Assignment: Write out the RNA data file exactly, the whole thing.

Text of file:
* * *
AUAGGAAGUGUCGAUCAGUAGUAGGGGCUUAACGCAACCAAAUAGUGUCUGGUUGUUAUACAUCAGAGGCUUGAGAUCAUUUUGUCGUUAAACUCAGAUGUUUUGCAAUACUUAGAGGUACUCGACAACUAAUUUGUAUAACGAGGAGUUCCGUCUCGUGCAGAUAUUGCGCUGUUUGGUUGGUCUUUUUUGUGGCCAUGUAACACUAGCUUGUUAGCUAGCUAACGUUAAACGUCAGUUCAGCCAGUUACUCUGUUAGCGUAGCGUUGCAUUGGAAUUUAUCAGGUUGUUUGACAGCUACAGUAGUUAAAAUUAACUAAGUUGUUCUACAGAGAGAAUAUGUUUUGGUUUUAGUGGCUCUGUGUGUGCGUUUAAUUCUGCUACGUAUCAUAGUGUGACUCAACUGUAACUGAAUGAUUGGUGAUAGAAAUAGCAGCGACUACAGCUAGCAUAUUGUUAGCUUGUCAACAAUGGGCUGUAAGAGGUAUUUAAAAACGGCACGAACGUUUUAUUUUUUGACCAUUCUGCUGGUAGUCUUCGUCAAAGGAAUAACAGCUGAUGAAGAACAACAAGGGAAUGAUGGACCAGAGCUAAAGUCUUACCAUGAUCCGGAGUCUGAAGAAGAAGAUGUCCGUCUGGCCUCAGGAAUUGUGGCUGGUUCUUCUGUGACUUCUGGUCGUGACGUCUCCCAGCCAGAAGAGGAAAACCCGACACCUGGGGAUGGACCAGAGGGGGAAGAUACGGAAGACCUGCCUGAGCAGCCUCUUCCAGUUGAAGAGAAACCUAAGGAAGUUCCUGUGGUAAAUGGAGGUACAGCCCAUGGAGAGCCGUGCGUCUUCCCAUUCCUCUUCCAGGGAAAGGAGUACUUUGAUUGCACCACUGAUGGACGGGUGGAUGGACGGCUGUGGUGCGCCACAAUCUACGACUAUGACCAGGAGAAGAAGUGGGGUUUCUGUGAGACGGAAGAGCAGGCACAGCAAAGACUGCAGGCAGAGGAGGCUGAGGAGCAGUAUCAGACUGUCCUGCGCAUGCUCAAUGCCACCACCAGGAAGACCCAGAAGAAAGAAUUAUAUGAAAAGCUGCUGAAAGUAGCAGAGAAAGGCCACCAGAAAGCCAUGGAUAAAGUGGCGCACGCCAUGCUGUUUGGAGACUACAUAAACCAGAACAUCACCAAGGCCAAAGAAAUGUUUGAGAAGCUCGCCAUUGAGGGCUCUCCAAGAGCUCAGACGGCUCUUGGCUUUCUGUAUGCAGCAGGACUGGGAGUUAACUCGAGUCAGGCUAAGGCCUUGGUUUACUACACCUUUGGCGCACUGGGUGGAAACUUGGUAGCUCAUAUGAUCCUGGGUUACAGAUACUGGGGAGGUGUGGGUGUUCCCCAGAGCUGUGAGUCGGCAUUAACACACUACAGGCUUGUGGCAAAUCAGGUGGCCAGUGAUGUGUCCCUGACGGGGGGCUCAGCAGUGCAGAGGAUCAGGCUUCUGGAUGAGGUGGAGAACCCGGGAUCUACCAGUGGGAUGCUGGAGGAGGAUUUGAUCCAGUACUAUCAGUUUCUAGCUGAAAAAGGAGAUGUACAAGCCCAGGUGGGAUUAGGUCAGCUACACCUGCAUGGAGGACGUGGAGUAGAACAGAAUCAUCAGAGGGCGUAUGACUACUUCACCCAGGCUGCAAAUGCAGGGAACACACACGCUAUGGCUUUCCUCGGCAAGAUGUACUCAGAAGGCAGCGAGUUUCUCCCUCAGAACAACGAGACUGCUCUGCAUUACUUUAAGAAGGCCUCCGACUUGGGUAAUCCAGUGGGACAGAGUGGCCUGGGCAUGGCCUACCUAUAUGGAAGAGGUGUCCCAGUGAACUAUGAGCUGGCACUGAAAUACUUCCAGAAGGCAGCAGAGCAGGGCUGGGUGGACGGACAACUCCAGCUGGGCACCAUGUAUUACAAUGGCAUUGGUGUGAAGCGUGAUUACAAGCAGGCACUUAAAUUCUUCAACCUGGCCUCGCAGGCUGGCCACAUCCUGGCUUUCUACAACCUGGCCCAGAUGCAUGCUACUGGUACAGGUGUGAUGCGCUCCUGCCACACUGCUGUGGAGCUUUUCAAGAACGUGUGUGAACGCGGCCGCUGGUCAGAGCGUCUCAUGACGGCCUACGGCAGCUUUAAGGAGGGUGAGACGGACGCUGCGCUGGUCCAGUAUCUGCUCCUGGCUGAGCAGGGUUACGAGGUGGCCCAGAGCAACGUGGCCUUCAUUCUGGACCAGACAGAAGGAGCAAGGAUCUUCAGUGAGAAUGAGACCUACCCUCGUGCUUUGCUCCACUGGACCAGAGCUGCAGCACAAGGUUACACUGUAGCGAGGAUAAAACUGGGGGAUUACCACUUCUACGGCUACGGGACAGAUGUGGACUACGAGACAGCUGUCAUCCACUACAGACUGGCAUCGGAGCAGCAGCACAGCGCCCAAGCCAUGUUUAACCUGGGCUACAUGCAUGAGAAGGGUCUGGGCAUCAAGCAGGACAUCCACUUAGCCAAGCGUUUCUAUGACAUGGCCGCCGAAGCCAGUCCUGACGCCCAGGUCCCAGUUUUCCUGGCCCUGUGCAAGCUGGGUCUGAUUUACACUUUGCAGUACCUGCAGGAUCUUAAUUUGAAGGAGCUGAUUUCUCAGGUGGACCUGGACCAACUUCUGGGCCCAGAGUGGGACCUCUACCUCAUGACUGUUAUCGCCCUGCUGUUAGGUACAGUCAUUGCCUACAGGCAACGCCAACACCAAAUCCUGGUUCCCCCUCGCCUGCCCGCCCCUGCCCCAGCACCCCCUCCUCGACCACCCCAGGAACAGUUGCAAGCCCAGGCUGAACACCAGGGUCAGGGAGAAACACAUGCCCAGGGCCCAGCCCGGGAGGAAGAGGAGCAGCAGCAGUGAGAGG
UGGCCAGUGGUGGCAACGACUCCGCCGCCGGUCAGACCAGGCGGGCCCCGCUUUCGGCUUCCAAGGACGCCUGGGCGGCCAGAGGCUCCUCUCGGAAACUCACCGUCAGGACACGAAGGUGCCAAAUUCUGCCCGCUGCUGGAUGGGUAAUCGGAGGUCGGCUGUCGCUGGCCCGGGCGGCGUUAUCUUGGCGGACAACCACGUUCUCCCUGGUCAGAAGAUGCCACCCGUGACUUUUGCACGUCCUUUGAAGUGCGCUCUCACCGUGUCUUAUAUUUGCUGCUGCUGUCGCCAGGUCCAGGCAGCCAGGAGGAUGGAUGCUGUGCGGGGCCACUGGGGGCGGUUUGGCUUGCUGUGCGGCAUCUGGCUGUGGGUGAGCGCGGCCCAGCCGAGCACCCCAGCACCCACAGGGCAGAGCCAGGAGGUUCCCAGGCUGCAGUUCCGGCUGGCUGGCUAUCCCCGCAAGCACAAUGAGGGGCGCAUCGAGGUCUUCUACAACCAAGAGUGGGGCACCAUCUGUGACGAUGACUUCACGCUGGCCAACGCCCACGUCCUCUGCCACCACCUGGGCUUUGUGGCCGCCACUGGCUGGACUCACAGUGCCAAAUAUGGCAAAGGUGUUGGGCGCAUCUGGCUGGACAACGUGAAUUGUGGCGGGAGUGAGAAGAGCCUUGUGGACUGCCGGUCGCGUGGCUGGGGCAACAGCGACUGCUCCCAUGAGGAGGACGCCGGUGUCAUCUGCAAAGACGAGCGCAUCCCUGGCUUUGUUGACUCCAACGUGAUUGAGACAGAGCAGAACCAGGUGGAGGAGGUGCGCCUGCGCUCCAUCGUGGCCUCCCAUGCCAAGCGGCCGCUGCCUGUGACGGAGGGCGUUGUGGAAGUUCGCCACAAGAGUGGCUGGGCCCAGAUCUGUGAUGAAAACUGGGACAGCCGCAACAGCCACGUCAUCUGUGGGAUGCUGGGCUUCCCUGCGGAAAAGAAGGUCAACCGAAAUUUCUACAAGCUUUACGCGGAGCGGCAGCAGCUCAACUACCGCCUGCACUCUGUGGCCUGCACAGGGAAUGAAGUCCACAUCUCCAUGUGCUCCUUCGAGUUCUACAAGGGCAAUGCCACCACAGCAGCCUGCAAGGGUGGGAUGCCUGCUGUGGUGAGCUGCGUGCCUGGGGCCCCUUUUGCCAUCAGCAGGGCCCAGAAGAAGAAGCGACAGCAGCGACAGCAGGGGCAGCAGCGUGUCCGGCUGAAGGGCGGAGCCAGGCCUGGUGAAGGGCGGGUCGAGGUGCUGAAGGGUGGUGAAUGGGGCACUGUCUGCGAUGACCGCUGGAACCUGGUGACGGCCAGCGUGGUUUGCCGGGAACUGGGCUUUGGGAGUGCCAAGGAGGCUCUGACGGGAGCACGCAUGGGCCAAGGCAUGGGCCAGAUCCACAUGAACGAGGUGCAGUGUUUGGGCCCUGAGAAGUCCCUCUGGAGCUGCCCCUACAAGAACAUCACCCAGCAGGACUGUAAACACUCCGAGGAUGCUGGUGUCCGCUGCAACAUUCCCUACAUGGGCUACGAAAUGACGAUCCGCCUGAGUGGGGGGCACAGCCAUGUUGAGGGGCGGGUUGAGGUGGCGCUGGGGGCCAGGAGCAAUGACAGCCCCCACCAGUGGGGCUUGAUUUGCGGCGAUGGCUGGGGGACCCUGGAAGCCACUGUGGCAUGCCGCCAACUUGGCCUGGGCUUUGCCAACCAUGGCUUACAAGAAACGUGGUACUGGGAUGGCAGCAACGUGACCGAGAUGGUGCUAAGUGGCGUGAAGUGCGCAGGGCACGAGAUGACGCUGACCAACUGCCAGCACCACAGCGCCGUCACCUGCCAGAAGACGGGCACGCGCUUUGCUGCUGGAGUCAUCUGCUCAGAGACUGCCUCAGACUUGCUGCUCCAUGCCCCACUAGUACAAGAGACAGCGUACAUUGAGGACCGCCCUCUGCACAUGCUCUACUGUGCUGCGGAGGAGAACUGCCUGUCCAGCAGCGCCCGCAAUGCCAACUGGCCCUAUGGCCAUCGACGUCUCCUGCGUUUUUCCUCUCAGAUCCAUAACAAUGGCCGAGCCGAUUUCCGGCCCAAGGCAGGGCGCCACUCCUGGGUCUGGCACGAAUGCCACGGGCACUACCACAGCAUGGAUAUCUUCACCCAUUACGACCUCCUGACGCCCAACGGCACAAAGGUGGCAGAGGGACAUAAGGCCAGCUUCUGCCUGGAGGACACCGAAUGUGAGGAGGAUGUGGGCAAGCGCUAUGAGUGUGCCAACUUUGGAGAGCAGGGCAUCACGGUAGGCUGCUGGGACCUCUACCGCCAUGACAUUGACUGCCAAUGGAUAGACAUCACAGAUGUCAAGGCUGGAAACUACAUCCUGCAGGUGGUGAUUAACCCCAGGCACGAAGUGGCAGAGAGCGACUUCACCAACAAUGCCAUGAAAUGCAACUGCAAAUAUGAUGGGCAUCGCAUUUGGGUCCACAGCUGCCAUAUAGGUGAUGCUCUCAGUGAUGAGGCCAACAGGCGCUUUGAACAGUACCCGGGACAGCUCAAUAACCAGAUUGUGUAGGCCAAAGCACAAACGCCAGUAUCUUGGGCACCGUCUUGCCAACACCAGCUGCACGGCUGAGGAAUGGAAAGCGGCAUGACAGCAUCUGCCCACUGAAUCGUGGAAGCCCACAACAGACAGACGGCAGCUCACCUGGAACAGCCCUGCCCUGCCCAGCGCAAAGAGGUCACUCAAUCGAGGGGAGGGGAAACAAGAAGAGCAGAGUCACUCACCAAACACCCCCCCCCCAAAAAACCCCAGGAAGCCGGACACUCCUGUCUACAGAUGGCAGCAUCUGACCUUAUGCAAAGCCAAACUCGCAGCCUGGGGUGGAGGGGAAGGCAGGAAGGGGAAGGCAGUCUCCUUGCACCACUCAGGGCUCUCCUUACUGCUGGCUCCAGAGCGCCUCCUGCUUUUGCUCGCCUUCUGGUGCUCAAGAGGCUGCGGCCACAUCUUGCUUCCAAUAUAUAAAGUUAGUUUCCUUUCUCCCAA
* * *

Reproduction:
AUAGGAAGUGUCGAUCAGUAGUAGGGGCUUAACGCAACCAAAUAGUGUCUGGUUGUUAUACAUCAGAGGCUUGAGAUCAUUUUGUCGUUAAACUCAGAUGUUUUGCAAUACUUAGAGGUACUCGACAACUAAUUUGUAUAACGAGGAGUUCCGUCUCGUGCAGAUAUUGCGCUGUUUGGUUGGUCUUUUUUGUGGCCAUGUAACACUAGCUUGUUAGCUAGCUAACGUUAAACGUCAGUUCAGCCAGUUACUCUGUUAGCGUAGCGUUGCAUUGGAAUUUAUCAGGUUGUUUGACAGCUACAGUAGUUAAAAUUAACUAAGUUGUUCUACAGAGAGAAUAUGUUUUGGUUUUAGUGGCUCUGUGUGUGCGUUUAAUUCUGCUACGUAUCAUAGUGUGACUCAACUGUAACUGAAUGAUUGGUGAUAGAAAUAGCAGCGACUACAGCUAGCAUAUUGUUAGCUUGUCAACAAUGGGCUGUAAGAGGUAUUUAAAAACGGCACGAACGUUUUAUUUUUUGACCAUUCUGCUGGUAGUCUUCGUCAAAGGAAUAACAGCUGAUGAAGAACAACAAGGGAAUGAUGGACCAGAGCUAAAGUCUUACCAUGAUCCGGAGUCUGAAGAAGAAGAUGUCCGUCUGGCCUCAGGAAUUGUGGCUGGUUCUUCUGUGACUUCUGGUCGUGACGUCUCCCAGCCAGAAGAGGAAAACCCGACACCUGGGGAUGGACCAGAGGGGGAAGAUACGGAAGACCUGCCUGAGCAGCCUCUUCCAGUUGAAGAGAAACCUAAGGAAGUUCCUGUGGUAAAUGGAGGUACAGCCCAUGGAGAGCCGUGCGUCUUCCCAUUCCUCUUCCAGGGAAAGGAGUACUUUGAUUGCACCACUGAUGGACGGGUGGAUGGACGGCUGUGGUGCGCCACAAUCUACGACUAUGACCAGGAGAAGAAGUGGGGUUUCUGUGAGACGGAAGAGCAGGCACAGCAAAGACUGCAGGCAGAGGAGGCUGAGGAGCAGUAUCAGACUGUCCUGCGCAUGCUCAAUGCCACCACCAGGAAGACCCAGAAGAAAGAAUUAUAUGAAAAGCUGCUGAAAGUAGCAGAGAAAGGCCACCAGAAAGCCAUGGAUAAAGUGGCGCACGCCAUGCUGUUUGGAGACUACAUAAACCAGAACAUCACCAAGGCCAAAGAAAUGUUUGAGAAGCUCGCCAUUGAGGGCUCUCCAAGAGCUCAGACGGCUCUUGGCUUUCUGUAUGCAGCAGGACUGGGAGUUAACUCGAGUCAGGCUAAGGCCUUGGUUUACUACACCUUUGGCGCACUGGGUGGAAACUUGGUAGCUCAUAUGAUCCUGGGUUACAGAUACUGGGGAGGUGUGGGUGUUCCCCAGAGCUGUGAGUCGGCAUUAACACACUACAGGCUUGUGGCAAAUCAGGUGGCCAGUGAUGUGUCCCUGACGGGGGGCUCAGCAGUGCAGAGGAUCAGGCUUCUGGAUGAGGUGGAGAACCCGGGAUCUACCAGUGGGAUGCUGGAGGAGGAUUUGAUCCAGUACUAUCAGUUUCUAGCUGAAAAAGGAGAUGUACAAGCCCAGGUGGGAUUAGGUCAGCUACACCUGCAUGGAGGACGUGGAGUAGAACAGAAUCAUCAGAGGGCGUAUGACUACUUCACCCAGGCUGCAAAUGCAGGGAACACACACGCUAUGGCUUUCCUCGGCAAGAUGUACUCAGAAGGCAGCGAGUUUCUCCCUCAGAACAACGAGACUGCUCUGCAUUACUUUAAGAAGGCCUCCGACUUGGGUAAUCCAGUGGGACAGAGUGGCCUGGGCAUGGCCUACCUAUAUGGAAGAGGUGUCCCAGUGAACUAUGAGCUGGCACUGAAAUACUUCCAGAAGGCAGCAGAGCAGGGCUGGGUGGACGGACAACUCCAGCUGGGCACCAUGUAUUACAAUGGCAUUGGUGUGAAGCGUGAUUACAAGCAGGCACUUAAAUUCUUCAACCUGGCCUCGCAGGCUGGCCACAUCCUGGCUUUCUACAACCUGGCCCAGAUGCAUGCUACUGGUACAGGUGUGAUGCGCUCCUGCCACACUGCUGUGGAGCUUUUCAAGAACGUGUGUGAACGCGGCCGCUGGUCAGAGCGUCUCAUGACGGCCUACGGCAGCUUUAAGGAGGGUGAGACGGACGCUGCGCUGGUCCAGUAUCUGCUCCUGGCUGAGCAGGGUUACGAGGUGGCCCAGAGCAACGUGGCCUUCAUUCUGGACCAGACAGAAGGAGCAAGGAUCUUCAGUGAGAAUGAGACCUACCCUCGUGCUUUGCUCCACUGGACCAGAGCUGCAGCACAAGGUUACACUGUAGCGAGGAUAAAACUGGGGGAUUACCACUUCUACGGCUACGGGACAGAUGUGGACUACGAGACAGCUGUCAUCCACUACAGACUGGCAUCGGAGCAGCAGCACAGCGCCCAAGCCAUGUUUAACCUGGGCUACAUGCAUGAGAAGGGUCUGGGCAUCAAGCAGGACAUCCACUUAGCCAAGCGUUUCUAUGACAUGGCCGCCGAAGCCAGUCCUGACGCCCAGGUCCCAGUUUUCCUGGCCCUGUGCAAGCUGGGUCUGAUUUACACUUUGCAGUACCUGCAGGAUCUUAAUUUGAAGGAGCUGAUUUCUCAGGUGGACCUGGACCAACUUCUGGGCCCAGAGUGGGACCUCUACCUCAUGACUGUUAUCGCCCUGCUGUUAGGUACAGUCAUUGCCUACAGGCAACGCCAACACCAAAUCCUGGUUCCCCCUCGCCUGCCCGCCCCUGCCCCAGCACCCCCUCCUCGACCACCCCAGGAACAGUUGCAAGCCCAGGCUGAACACCAGGGUCAGGGAGAAACACAUGCCCAGGGCCCAGCCCGGGAGGAAGAGGAGCAGCAGCAGUGAGAGG
UGGCCAGUGGUGGCAACGACUCCGCCGCCGGUCAGACCAGGCGGGCCCCGCUUUCGGCUUCCAAGGACGCCUGGGCGGCCAGAGGCUCCUCUCGGAAACUCACCGUCAGGACACGAAGGUGCCAAAUUCUGCCCGCUGCUGGAUGGGUAAUCGGAGGUCGGCUGUCGCUGGCCCGGGCGGCGUUAUCUUGGCGGACAACCACGUUCUCCCUGGUCAGAAGAUGCCACCCGUGACUUUUGCACGUCCUUUGAAGUGCGCUCUCACCGUGUCUUAUAUUUGCUGCUGCUGUCGCCAGGUCCAGGCAGCCAGGAGGAUGGAUGCUGUGCGGGGCCACUGGGGGCGGUUUGGCUUGCUGUGCGGCAUCUGGCUGUGGGUGAGCGCGGCCCAGCCGAGCACCCCAGCACCCACAGGGCAGAGCCAGGAGGUUCCCAGGCUGCAGUUCCGGCUGGCUGGCUAUCCCCGCAAGCACAAUGAGGGGCGCAUCGAGGUCUUCUACAACCAAGAGUGGGGCACCAUCUGUGACGAUGACUUCACGCUGGCCAACGCCCACGUCCUCUGCCACCACCUGGGCUUUGUGGCCGCCACUGGCUGGACUCACAGUGCCAAAUAUGGCAAAGGUGUUGGGCGCAUCUGGCUGGACAACGUGAAUUGUGGCGGGAGUGAGAAGAGCCUUGUGGACUGCCGGUCGCGUGGCUGGGGCAACAGCGACUGCUCCCAUGAGGAGGACGCCGGUGUCAUCUGCAAAGACGAGCGCAUCCCUGGCUUUGUUGACUCCAACGUGAUUGAGACAGAGCAGAACCAGGUGGAGGAGGUGCGCCUGCGCUCCAUCGUGGCCUCCCAUGCCAAGCGGCCGCUGCCUGUGACGGAGGGCGUUGUGGAAGUUCGCCACAAGAGUGGCUGGGCCCAGAUCUGUGAUGAAAACUGGGACAGCCGCAACAGCCACGUCAUCUGUGGGAUGCUGGGCUUCCCUGCGGAAAAGAAGGUCAACCGAAAUUUCUACAAGCUUUACGCGGAGCGGCAGCAGCUCAACUACCGCCUGCACUCUGUGGCCUGCACAGGGAAUGAAGUCCACAUCUCCAUGUGCUCCUUCGAGUUCUACAAGGGCAAUGCCACCACAGCAGCCUGCAAGGGUGGGAUGCCUGCUGUGGUGAGCUGCGUGCCUGGGGCCCCUUUUGCCAUCAGCAGGGCCCAGAAGAAGAAGCGACAGCAGCGACAGCAGGGGCAGCAGCGUGUCCGGCUGAAGGGCGGAGCCAGGCCUGGUGAAGGGCGGGUCGAGGUGCUGAAGGGUGGUGAAUGGGGCACUGUCUGCGAUGACCGCUGGAACCUGGUGACGGCCAGCGUGGUUUGCCGGGAACUGGGCUUUGGGAGUGCCAAGGAGGCUCUGACGGGAGCACGCAUGGGCCAAGGCAUGGGCCAGAUCCACAUGAACGAGGUGCAGUGUUUGGGCCCUGAGAAGUCCCUCUGGAGCUGCCCCUACAAGAACAUCACCCAGCAGGACUGUAAACACUCCGAGGAUGCUGGUGUCCGCUGCAACAUUCCCUACAUGGGCUACGAAAUGACGAUCCGCCUGAGUGGGGGGCACAGCCAUGUUGAGGGGCGGGUUGAGGUGGCGCUGGGGGCCAGGAGCAAUGACAGCCCCCACCAGUGGGGCUUGAUUUGCGGCGAUGGCUGGGGGACCCUGGAAGCCACUGUGGCAUGCCGCCAACUUGGCCUGGGCUUUGCCAACCAUGGCUUACAAGAAACGUGGUACUGGGAUGGCAGCAACGUGACCGAGAUGGUGCUAAGUGGCGUGAAGUGCGCAGGGCACGAGAUGACGCUGACCAACUGCCAGCACCACAGCGCCGUCACCUGCCAGAAGACGGGCACGCGCUUUGCUGCUGGAGUCAUCUGCUCAGAGACUGCCUCAGACUUGCUGCUCCAUGCCCCACUAGUACAAGAGACAGCGUACAUUGAGGACCGCCCUCUGCACAUGCUCUACUGUGCUGCGGAGGAGAACUGCCUGUCCAGCAGCGCCCGCAAUGCCAACUGGCCCUAUGGCCAUCGACGUCUCCUGCGUUUUUCCUCUCAGAUCCAUAACAAUGGCCGAGCCGAUUUCCGGCCCAAGGCAGGGCGCCACUCCUGGGUCUGGCACGAAUGCCACGGGCACUACCACAGCAUGGAUAUCUUCACCCAUUACGACCUCCUGACGCCCAACGGCACAAAGGUGGCAGAGGGACAUAAGGCCAGCUUCUGCCUGGAGGACACCGAAUGUGAGGAGGAUGUGGGCAAGCGCUAUGAGUGUGCCAACUUUGGAGAGCAGGGCAUCACGGUAGGCUGCUGGGACCUCUACCGCCAUGACAUUGACUGCCAAUGGAUAGACAUCACAGAUGUCAAGGCUGGAAACUACAUCCUGCAGGUGGUGAUUAACCCCAGGCACGAAGUGGCAGAGAGCGACUUCACCAACAAUGCCAUGAAAUGCAACUGCAAAUAUGAUGGGCAUCGCAUUUGGGUCCACAGCUGCCAUAUAGGUGAUGCUCUCAGUGAUGAGGCCAACAGGCGCUUUGAACAGUACCCGGGACAGCUCAAUAACCAGAUUGUGUAGGCCAAAGCACAAACGCCAGUAUCUUGGGCACCGUCUUGCCAACACCAGCUGCACGGCUGAGGAAUGGAAAGCGGCAUGACAGCAUCUGCCCACUGAAUCGUGGAAGCCCACAACAGACAGACGGCAGCUCACCUGGAACAGCCCUGCCCUGCCCAGCGCAAAGAGGUCACUCAAUCGAGGGGAGGGGAAACAAGAAGAGCAGAGUCACUCACCAAACACCCCCCCCCCAAAAAACCCCAGGAAGCCGGACACUCCUGUCUACAGAUGGCAGCAUCUGACCUUAUGCAAAGCCAAACUCGCAGCCUGGGGUGGAGGGGAAGGCAGGAAGGGGAAGGCAGUCUCCUUGCACCACUCAGGGCUCUCCUUACUGCUGGCUCCAGAGCGCCUCCUGCUUUUGCUCGCCUUCUGGUGCUCAAGAGGCUGCGGCCACAUCUUGCUUCCAAUAUAUAAAGUUAGUUUCCUUUCUCCCAA